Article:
The United States' reported total of coronavirus cases surpassed five million on Saturday, after the country reported more than one million new cases of the virus in just over two weeks.
US new coronavirus cases surpass 5M
The United States has reported more cases of the novel coronavirus than any other country. As of Monday morning, U.S. officials had reported a total of 5,054,200 cases of the virus since the country's epidemic began—up from 4,889,500 cases reported as of Friday morning.
The United States surpassed the five million mark after reporting more than one million new cases of the coronavirus in just over two weeks, and more than three million new cases in just two months. The country's daily number of newly reported cases peaked on July 16 at 75,697. However, the country's average daily number of newly reported cases has gradually slowed since then, reaching a seven-day average of about 54,000 newly reported cases per day last week.
Data from the New York Times shows that Guam, Puerto Rico, the U.S. Virgin Islands, and six states saw their average daily numbers of newly reported coronavirus cases rise over the past 14 days: Hawaii, Illinois, Massachusetts, Rhode Island, South Dakota, and Virginia.
Meanwhile, the Times' data shows that the average daily numbers of newly reported coronavirus cases over the past two weeks remained mostly stable in Washington, D.C., and 25 states: Arkansas, Connecticut, Georgia, Idaho, Indiana, Iowa, Kansas, Kentucky, Maryland, Michigan, Minnesota, Missouri, Montana, Nebraska, New Jersey, New York, North Dakota, Ohio, Oklahoma, Oregon, Tennessee, Texas, Washington, West Virginia, and Wisconsin.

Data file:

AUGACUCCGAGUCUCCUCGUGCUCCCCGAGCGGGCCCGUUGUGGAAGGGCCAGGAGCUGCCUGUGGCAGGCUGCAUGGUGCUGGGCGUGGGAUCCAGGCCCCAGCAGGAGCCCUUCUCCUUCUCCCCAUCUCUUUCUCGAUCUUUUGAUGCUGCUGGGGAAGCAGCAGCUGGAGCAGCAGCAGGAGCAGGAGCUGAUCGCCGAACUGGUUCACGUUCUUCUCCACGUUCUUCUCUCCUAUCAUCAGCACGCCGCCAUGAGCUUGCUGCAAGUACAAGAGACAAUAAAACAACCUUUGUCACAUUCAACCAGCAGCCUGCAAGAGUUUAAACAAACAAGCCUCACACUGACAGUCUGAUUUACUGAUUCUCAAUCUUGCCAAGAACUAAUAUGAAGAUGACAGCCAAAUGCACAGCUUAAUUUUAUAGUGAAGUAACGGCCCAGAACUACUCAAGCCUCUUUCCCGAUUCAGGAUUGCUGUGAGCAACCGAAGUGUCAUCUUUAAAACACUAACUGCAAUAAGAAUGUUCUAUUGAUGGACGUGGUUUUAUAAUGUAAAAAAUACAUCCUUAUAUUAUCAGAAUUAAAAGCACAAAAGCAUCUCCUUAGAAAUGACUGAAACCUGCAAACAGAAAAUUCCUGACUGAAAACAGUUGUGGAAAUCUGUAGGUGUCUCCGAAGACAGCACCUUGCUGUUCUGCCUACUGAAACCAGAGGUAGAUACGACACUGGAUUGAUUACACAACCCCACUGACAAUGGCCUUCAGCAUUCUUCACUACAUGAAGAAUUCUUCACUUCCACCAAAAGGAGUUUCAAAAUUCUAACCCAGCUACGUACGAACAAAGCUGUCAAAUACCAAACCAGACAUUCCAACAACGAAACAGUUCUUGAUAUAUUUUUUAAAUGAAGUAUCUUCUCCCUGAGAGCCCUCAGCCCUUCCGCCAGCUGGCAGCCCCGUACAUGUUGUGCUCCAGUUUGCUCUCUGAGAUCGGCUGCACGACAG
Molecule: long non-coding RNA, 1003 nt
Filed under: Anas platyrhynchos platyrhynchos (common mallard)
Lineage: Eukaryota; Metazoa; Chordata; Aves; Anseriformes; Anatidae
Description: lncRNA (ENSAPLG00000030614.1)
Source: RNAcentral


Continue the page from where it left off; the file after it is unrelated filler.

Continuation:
In addition, the Times' data shows that the average daily numbers of newly confirmed coronavirus cases decreased over the past 14 days in 19 states: Alabama, Alaska, Arizona, California, Colorado, Delaware, Florida, Louisiana, Maine, Mississippi, Nevada, New Hampshire, New Mexico, North Carolina, Pennsylvania, South Carolina, Utah, Vermont, and Wyoming.
US coronavirus deaths top 162K
The United States also has reported more deaths linked to the novel coronavirus than any other country. U.S. officials as of Monday morning had reported a total of 162,481 deaths linked to the virus since the country's epidemic began—up from 159,588 deaths reported as of Friday morning.
According to the Times' data, Puerto Rico and 20 states saw their average daily numbers of newly reported deaths linked to the coronavirus rise over the past 14 days: Arkansas, California, Florida, Idaho, Illinois, Iowa, Louisiana, Minnesota, Mississippi, Montana, Nebraska, Nevada, North Carolina, Oklahoma, South Dakota, Tennessee, Texas, Virginia, Washington, and West Virginia.
The Times reports that the United States' seven-day average of newly reported deaths linked to the coronavirus was about 1,000 last week. That's down from an average of more than 2,200 newly reported deaths per day in mid-April but is higher than the seven-day average seen in early July, which was around 500 newly reported deaths per day.
Former FDA Commissioner Scott Gottlieb during an interview on CBS on Sunday predicted that the United States will see between 200,000 and 300,000 deaths linked to the coronavirus by the end of this year (New York Times, 8/10; Ehley, Politico, 8/9; New York Times, 8/9).